Consider writing notes to the parents in the form of a “diary from their baby.” The idea of baby diaries was developed at Simpson Maternity Hospital in Edinburgh, Scotland, when the nurses began leaving messages and notes for the next nurse coming on shift. They began sharing these “diary entries” with parents who were delighted and comforted by these little notes “from” their babies. As one mother says, “It made me giggle and made me cry. … It really helped with the bonding process and helped us accept this wee scrap of fighting life as our son.” Of course, some nurses will feel more comfortable and confident doing this than others will. And not all parents will be open to this lighthearted touch. But for many, it will give a much-needed break from the grind of having a sick baby, and they will treasure these diaries. Diaries are also powerful, cherished mementos for parents of babies who die.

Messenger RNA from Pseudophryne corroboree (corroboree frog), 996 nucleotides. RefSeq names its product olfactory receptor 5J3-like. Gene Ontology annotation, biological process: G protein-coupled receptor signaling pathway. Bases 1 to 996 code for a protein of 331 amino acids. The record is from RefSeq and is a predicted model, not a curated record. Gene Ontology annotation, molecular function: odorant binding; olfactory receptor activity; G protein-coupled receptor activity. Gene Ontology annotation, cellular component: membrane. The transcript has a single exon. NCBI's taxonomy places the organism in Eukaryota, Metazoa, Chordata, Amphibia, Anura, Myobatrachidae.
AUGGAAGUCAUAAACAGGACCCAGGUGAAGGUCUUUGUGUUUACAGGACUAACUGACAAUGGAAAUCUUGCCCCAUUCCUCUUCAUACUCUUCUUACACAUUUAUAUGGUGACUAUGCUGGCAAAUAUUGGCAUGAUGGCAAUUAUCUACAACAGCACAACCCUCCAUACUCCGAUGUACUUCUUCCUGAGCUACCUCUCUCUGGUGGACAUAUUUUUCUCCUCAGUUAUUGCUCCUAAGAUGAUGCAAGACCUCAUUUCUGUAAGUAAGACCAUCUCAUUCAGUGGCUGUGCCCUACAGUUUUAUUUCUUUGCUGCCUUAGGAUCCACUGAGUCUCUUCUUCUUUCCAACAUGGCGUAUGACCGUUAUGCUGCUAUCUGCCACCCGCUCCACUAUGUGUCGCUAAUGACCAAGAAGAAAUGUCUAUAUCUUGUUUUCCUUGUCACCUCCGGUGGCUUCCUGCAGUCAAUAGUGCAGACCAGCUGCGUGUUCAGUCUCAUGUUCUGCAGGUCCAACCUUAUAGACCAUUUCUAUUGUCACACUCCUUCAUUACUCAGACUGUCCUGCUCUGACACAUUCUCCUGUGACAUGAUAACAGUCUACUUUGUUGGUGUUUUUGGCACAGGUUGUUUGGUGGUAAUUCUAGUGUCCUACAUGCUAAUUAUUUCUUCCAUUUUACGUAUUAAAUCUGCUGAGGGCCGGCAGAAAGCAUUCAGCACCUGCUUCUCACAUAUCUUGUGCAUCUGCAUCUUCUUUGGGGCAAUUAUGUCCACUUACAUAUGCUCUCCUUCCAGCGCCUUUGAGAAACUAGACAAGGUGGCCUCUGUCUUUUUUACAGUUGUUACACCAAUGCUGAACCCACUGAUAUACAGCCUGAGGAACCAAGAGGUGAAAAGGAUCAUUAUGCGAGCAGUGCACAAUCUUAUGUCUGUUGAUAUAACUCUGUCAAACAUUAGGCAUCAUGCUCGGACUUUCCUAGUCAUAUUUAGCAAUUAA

Accommodate the parents’ need to be involved with their baby. Instead of expecting parents to accept the constraints of a technology-centered NICU, expect your NICU to accept the parents’ need to be close to their babies. Tell parents that their presence, touch, observations, advocacy for, and parenting of their babies are valued. Encourage their participation in the baby’s care, making room for them to do as much as possible, and involve them as full members of the health care team. This partnership with you helps them build skills, exercise their parenting abilities, and acquire feelings of competence. Obtain their consent for everything but emergency procedures and treatments. This reminds them that you know that this is their baby and demonstrates your respect for their role as primary nurturers and decision makers, which supports them as they come into their own as confident parents of this child. More importantly, when their consent is required, they become their child’s primary advocate and protector, which facilitates bonding with their infant. Recognize the importance of “firsts” and the parents’ desires to be there whenever possible to witness and participate in milestones. Reassure them that you share a common goal: to get their baby healthy enough so she or he can go home.